It dawned on me earlier this year, that I’ve been working within the HR profession for 25 years. Although that sounds a long time, I guess in reality it isn’t, especially in this day and age where more and more of us are working more flexibly and have longer careers.
Many things are clear to me as I reflect back on my experience and the organisations that I’ve worked for, and a key theme wherever I’ve worked, is the importance of getting the basics right. Sporting professionals talk about “getting the basics right”, and how without them in place, they don’t perform at their best, won’t reach their goals or achieve ultimate success. You can apply this way of thinking for HR. Getting the basics right is just as relevant to our profession and how we support the businesses we work for to perform at their absolute best, achieve their goals and ultimate success. It’s very easy to get caught up in the exciting HR project work, but unless you get the foundations right, such as, making sure that procedures are documented, published and communicated, that employee’s contract information is accurate, that they are paid correctly, their data is held securely and that they are treated with respect, you won’t have the time for the bigger stuff as you constantly fire fight the basics.
Even in my first role as a Personnel Administrator, unless I got the basics of setting up interviews right, the paperwork prepared, candidates notified and provisional offers drawn up correctly, the reputation and professionalism of the team and organisation I was working with, would be effected.
When I joined one company, there were few HR procedures documented properly and the method by which employees were paid allowances and benefits was not clearly communicated or understood. This led to inconsistency of approach, no transparency and naturally a scepticism of the HR and Management teams.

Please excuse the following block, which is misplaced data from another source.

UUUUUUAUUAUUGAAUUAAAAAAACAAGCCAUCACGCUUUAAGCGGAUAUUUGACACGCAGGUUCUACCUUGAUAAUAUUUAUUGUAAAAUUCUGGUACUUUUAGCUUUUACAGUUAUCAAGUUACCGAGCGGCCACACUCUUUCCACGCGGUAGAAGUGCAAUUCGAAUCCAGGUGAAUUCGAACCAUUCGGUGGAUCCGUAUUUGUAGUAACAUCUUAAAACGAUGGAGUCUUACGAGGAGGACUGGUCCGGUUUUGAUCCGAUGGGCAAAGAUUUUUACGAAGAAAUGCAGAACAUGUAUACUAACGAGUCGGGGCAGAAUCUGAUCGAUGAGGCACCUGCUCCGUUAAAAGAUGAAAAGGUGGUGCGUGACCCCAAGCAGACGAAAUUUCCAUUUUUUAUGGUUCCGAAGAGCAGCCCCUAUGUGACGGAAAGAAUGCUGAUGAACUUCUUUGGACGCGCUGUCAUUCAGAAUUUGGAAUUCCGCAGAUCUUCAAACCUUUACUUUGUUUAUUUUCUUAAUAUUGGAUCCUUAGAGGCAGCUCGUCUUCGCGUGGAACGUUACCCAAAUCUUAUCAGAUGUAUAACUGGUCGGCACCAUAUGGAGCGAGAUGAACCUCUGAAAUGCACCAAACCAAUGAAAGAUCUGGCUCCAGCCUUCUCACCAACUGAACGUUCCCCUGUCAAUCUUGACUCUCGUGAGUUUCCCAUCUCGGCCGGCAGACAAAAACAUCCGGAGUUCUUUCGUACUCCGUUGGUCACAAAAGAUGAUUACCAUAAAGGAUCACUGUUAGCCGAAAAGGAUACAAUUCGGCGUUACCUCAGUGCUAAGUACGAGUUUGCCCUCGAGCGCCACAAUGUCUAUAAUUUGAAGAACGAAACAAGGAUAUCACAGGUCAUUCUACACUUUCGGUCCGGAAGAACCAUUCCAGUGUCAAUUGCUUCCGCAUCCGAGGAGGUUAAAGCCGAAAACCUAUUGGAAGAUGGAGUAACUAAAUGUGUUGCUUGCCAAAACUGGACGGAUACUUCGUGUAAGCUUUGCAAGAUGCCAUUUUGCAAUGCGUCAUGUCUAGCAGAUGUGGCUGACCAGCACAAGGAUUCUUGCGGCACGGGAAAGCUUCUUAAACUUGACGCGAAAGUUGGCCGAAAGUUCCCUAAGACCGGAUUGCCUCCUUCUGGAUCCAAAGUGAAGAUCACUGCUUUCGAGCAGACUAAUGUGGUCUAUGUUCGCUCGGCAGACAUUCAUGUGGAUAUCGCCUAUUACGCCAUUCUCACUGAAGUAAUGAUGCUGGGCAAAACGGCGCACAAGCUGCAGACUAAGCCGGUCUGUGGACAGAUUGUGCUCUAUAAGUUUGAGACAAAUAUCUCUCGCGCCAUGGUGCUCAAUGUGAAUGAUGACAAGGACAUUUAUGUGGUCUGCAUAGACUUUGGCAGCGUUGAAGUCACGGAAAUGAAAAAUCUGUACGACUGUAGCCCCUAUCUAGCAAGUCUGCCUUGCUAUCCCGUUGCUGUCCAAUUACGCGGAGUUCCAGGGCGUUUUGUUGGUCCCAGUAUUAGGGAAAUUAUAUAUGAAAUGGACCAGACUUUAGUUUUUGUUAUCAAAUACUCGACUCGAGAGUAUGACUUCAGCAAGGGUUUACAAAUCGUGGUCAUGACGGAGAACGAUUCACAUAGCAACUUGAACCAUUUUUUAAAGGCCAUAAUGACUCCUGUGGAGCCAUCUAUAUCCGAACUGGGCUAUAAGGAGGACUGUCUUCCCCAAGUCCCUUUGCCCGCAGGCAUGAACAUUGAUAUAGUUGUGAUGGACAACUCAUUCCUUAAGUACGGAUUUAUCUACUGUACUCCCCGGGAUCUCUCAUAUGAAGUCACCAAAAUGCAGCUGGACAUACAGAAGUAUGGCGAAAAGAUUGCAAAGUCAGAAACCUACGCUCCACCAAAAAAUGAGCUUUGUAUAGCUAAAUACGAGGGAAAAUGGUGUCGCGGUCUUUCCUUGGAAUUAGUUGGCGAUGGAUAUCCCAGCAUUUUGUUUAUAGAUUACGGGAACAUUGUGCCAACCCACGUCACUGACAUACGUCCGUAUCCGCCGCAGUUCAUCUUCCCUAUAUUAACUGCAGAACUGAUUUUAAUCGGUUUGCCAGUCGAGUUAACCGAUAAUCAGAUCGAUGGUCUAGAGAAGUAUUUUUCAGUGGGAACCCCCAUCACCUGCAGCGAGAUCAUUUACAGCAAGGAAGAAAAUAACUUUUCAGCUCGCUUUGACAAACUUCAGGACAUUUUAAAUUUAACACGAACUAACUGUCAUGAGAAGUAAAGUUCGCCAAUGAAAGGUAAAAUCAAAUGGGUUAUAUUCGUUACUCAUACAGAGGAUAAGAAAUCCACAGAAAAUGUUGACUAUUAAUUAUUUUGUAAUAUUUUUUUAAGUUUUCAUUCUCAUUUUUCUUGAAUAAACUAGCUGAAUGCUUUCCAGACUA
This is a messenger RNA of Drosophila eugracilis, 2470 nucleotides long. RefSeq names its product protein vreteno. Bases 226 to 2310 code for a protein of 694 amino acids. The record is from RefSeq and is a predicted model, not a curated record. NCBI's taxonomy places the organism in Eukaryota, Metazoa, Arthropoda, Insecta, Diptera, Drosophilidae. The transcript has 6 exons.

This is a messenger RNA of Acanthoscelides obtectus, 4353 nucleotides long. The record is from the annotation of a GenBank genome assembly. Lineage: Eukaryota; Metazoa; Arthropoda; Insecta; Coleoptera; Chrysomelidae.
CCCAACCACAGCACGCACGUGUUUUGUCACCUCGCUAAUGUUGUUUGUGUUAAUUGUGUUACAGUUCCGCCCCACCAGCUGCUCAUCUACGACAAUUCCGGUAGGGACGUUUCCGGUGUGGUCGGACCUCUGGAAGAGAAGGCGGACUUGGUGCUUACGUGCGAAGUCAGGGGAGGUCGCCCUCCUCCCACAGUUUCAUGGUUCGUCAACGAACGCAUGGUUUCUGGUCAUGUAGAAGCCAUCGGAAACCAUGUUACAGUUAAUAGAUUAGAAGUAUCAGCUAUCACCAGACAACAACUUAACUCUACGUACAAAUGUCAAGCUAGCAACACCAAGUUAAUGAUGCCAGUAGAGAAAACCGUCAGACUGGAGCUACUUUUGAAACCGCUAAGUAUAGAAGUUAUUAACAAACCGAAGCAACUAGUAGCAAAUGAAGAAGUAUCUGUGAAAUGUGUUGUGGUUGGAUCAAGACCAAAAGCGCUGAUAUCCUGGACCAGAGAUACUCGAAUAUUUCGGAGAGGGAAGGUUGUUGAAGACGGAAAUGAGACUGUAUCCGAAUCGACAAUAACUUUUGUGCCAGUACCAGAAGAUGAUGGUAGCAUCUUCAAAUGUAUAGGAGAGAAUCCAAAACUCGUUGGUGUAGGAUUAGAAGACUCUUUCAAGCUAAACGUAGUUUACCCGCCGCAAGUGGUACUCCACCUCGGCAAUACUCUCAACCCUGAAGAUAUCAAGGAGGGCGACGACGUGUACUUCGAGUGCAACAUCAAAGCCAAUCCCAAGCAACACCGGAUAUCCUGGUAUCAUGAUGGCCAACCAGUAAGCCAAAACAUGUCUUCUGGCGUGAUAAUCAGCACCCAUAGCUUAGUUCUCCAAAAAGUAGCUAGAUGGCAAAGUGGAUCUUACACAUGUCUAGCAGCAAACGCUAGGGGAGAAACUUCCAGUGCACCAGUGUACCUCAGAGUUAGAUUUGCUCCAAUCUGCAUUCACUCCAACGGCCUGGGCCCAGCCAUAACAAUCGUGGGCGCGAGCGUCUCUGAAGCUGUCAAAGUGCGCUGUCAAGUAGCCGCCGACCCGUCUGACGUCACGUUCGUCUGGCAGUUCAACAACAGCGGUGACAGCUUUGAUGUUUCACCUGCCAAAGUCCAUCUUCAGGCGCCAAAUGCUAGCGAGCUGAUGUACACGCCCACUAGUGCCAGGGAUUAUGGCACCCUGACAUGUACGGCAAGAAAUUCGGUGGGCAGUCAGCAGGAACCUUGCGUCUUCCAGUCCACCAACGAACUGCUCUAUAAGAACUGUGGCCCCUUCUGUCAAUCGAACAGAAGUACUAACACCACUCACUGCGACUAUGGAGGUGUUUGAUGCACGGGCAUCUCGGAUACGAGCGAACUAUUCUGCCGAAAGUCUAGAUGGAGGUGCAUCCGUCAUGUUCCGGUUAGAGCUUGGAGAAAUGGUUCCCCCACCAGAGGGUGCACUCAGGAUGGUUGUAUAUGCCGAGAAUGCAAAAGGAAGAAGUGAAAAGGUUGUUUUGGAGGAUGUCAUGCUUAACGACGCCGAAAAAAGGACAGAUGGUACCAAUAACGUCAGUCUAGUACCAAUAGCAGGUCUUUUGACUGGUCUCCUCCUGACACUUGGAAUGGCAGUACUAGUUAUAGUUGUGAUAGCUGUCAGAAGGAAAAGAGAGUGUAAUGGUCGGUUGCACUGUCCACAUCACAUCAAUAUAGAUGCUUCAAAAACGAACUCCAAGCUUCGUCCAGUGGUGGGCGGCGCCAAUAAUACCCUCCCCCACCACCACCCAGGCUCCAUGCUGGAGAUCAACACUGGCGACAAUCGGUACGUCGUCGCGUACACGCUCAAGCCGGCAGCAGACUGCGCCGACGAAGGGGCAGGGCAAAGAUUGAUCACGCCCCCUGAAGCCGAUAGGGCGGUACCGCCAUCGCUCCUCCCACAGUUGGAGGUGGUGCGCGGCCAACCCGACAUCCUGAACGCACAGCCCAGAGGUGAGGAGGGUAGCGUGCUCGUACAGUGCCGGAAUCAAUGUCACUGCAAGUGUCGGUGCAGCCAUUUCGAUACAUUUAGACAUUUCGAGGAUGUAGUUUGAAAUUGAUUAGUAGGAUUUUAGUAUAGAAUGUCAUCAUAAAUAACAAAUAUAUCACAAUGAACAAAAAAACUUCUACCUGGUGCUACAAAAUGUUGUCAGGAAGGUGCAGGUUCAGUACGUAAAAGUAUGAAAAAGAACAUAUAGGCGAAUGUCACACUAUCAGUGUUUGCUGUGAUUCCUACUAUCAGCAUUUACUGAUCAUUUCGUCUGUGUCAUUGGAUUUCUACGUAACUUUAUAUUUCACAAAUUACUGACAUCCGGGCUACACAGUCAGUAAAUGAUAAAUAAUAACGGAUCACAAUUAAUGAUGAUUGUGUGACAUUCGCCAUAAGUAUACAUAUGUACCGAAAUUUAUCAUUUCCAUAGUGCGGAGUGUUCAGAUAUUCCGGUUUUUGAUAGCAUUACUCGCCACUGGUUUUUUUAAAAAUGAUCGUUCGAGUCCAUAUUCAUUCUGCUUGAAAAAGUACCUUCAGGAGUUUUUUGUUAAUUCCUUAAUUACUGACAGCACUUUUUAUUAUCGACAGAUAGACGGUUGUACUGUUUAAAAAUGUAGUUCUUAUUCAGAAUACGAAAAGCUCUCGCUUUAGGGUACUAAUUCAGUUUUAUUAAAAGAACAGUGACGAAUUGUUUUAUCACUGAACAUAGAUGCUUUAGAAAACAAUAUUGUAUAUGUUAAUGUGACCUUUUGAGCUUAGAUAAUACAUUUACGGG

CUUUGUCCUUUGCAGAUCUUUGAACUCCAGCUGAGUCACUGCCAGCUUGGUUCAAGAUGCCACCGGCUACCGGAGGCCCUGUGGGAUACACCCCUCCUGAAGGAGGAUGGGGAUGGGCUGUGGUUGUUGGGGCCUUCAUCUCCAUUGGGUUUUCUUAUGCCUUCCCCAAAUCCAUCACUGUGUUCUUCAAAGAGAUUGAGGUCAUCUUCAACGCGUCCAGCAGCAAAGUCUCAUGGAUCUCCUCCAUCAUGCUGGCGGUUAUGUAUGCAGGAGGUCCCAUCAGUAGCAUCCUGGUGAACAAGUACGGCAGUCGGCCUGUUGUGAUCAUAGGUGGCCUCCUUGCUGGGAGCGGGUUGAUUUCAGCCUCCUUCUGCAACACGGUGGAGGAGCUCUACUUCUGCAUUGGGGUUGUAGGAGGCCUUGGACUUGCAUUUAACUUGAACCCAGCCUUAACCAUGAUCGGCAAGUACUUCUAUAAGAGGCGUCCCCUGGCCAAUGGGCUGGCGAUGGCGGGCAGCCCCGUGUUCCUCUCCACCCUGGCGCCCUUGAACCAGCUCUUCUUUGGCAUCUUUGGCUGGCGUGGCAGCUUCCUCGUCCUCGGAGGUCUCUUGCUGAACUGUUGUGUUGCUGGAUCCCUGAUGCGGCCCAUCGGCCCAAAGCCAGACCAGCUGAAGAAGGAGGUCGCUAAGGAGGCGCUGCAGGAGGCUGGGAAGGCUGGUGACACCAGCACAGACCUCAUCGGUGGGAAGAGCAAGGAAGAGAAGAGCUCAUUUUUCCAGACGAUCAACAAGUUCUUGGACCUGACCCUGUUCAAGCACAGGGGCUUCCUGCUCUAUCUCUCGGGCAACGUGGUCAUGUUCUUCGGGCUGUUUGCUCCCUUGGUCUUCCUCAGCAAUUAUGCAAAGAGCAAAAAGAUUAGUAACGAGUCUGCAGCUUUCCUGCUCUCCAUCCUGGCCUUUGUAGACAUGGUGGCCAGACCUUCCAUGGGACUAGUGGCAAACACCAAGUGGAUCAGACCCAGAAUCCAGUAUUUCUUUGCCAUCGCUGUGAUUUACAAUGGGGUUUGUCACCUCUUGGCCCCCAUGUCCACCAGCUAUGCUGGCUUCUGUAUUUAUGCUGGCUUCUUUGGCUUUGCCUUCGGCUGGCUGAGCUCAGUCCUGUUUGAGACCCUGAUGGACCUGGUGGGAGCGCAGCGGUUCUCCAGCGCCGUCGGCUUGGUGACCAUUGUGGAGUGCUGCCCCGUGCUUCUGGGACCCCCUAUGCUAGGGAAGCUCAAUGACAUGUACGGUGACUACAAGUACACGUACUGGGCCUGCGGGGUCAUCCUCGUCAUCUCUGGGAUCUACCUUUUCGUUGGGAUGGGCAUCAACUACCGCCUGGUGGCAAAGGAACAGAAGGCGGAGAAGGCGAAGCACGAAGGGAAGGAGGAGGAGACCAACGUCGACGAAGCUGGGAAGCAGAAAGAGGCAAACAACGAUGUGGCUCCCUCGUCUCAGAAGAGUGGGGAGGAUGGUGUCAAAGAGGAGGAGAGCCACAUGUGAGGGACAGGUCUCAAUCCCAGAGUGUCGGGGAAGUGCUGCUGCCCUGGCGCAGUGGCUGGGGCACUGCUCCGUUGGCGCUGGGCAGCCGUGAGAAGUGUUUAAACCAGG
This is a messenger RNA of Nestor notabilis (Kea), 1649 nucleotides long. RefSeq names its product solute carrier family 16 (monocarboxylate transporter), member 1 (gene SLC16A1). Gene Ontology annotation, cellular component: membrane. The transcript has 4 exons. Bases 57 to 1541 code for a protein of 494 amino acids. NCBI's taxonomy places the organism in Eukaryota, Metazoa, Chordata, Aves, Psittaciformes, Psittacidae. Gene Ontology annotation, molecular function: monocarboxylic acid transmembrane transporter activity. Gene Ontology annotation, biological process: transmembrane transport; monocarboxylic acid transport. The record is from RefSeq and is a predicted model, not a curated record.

It took months to understand what the practices actually were, what should be in place and what was appropriate for the business going forwards. This involved many hours of discussions with line managers and union representatives before some common ground and understanding was reached and the policies & procedures documented. This was all about setting up those foundations for getting the basics right and developing the reputation of the HR team as trusted advisors.
Elsewhere, a claim culture had developed as employees realised that they had nothing to lose by submitting a grievance or a claim to Tribunal due to lack of processes and bad practices. It felt like an uphill battle to turn things around, but over time and with training and support, managers and the leadership understood what they needed to do differently, realising the benefits of following procedures and not only from a financial perspective!
Developing a strong relationship with stakeholders and the leadership team to reach an agreement on what “basics” needed to be put in place first is critical. This will vary from one organisation to the next . For example, for one business it may be about getting the right structure in place, whereas in another it could be about getting those critical procedures documented.
What is key is that HR understand the business, what the vision is and what “getting the basics right” means to that particular organisation. Issues that are taking up valuable management (and HR) time need to be resolved otherwise there is a danger that the firefighting continues, whilst the business demands for project work remains. Ultimately, you wil end up having a worn out HR team who are trying to achieve what then feels like the impossible, with disengaged employees and a disappointed leadership team. Understand your organisation, get the HR basics right and support your business to perform at its absolute best.